“Serving on this committee, I’m looking forward to making college more affordable and reducing the overwhelming burden of student loans, expanding access to early learning, and making sure the voices of students and parents are heard in the policy-making process.

“And of course, in the coming weeks and months, I will be especially focused on working to fix the broken No Child Left Behind law. And that’s what we’ll be discussing today.

“Nearly everyone agrees we need to fix No Child Left Behind. The law set unrealistic goals for schools across the country, and then failed to give them the resources they needed to succeed.

“But we can’t turn our back on measuring students’ progress or simply let schools and states off the hook for failing to provide a quality education to all students. Especially because we’ve seen some successes since 2001, when Congress enacted No Child Left Behind.

“Our graduation rate has increased by 10 points. Among students with disabilities, regular-diploma graduation rates have increased by more than 12 percent. And drop-out rates have decreased by more than 17 percent. And achievement gaps have declined among African American and Latino students.

“So, the federal government has an important – and productive – role to play in making sure assessments and accountability work for kids.

“Assessments help parents and communities hold schools accountable. If a school is failing students year after year, parents and communities deserve to have that information and be assured the school will get the resources it needs to improve.

“When it comes to our nation’s largest federal investment in K through 12 education, it would be irresponsible to spend billions in federal taxpayer dollars without knowing if the law is making a difference in students’ lives.

“Many of my colleagues demand evidence and accountability in other federal programs – and I hope they would agree we need that in education too.

“For these reasons, I would be very concerned about any attempt to eliminate annual, statewide assessments.

“Just as I would be very concerned about any attempt to roll back accountability that ensures we’re delivering on our promise of a quality public education for all.

“Now, 13 years after Congress passed this law, we should use the research, best practices, and lessons we’ve learned to fix No Child Left Behind.

“I have heard from so many parents and teachers, as well as community members, in Washington state about the ways the current system doesn’t work when it comes to testing.

“We can and should encourage states and districts to reduce redundant and low-quality tests. And because we have a national interest in making sure all students get an excellent education, we need federal oversight to make sure our system is working for every child.

“That means offering the resources – for improving professional development and for expanding access to high-quality learning opportunities – to help struggling schools, so we don’t consign some kids to sub-par education.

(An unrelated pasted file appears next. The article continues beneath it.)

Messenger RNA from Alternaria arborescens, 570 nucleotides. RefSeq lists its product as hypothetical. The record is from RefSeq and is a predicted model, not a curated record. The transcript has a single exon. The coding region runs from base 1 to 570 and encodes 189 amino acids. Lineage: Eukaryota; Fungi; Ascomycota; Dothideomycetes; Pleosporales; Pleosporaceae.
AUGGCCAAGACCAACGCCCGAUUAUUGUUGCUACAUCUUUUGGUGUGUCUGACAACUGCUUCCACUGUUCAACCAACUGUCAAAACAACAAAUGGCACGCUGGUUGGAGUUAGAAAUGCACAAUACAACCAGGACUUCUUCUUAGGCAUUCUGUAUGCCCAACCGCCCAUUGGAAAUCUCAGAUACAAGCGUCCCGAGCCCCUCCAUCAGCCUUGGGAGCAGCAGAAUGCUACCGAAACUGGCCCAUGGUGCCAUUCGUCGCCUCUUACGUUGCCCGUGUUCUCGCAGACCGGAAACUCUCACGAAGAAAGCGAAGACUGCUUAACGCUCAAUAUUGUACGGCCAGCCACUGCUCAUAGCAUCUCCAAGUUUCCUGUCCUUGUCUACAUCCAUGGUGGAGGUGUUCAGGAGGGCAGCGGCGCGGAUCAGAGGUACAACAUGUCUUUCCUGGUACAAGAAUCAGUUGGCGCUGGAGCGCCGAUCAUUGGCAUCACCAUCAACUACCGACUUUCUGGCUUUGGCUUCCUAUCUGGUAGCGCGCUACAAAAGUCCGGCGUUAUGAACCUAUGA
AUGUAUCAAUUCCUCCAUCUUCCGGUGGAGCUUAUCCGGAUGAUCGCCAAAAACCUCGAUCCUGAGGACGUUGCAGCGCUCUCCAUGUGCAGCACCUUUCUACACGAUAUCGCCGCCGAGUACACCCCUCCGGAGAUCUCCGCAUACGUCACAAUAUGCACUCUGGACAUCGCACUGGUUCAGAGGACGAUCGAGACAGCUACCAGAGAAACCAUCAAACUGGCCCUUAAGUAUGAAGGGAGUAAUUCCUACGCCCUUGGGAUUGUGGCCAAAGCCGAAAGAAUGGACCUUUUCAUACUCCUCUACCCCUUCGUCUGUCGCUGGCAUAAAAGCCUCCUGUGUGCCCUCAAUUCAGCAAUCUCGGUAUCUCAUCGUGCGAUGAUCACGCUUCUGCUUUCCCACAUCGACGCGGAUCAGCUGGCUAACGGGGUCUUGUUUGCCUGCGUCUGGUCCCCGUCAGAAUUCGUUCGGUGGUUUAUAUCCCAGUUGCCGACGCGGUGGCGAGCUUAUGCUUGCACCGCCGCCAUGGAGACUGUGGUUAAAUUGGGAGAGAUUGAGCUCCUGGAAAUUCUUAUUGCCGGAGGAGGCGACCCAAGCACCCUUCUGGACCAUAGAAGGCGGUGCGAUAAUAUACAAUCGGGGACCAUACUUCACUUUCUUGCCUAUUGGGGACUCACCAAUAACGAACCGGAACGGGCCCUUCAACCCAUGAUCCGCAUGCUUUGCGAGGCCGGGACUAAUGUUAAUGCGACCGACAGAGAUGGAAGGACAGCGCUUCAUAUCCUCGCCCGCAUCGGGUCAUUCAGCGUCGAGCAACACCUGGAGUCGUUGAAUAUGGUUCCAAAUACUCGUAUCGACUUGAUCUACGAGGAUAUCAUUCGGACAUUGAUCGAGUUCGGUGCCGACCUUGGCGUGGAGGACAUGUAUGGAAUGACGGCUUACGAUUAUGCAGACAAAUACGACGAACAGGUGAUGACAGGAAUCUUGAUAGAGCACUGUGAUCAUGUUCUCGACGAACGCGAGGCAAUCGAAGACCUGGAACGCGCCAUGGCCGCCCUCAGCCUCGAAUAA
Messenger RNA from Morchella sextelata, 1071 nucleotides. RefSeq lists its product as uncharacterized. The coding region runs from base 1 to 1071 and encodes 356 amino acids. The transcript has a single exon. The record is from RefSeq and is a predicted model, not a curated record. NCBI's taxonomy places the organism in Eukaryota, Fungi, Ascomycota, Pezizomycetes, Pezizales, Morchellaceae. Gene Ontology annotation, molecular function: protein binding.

“While we carefully consider changes to assessments and accountability to give states and districts the flexibility they need, we can’t forget our obligations to the kids who too often fall through the cracks.

“I’ve laid out my priorities for fixing this broken law. And I know Chairman Alexander has put out his priorities and his discussion draft.

“So I hope we can begin conversations about a truly bipartisan approach in the HELP Committee to fixing this broken law.

“I know the Members on my side are anxious to begin this work and continue the long tradition of this Committee tackling tough problems in a bipartisan fashion.

“Fixing No Child Left Behind should not be a partisan issue.  It should be one we work on hand in hand, not as Democrats or Republicans – but as Americans.  This is an issue that isn’t about politics – it’s about what’s best for kids.

“In our country, we believe every student should have access to a quality public education, regardless of where they live, how they learn, or how much money their parents make.

“That vision is a big part of what we mean when we talk about America—what makes our country so great.

“Other countries around the world are investing in education. They are working every day to get it right for their students.  China, India, and others – they think they can beat us in the classroom – but we know better.

“We know we can win this. And we know we have to.

“For students back in my home state of Washington – for our economic future – and for our shared vision of the American dream.

“So, we can’t afford to turn back the clock on the promise of quality education for all. We can’t be the generation that drops the ball on this noble goal.  And I’m going to continue to fight to bring quality education to all students.

“Thank you, and I look forward to hearing from our panel of witnesses today.”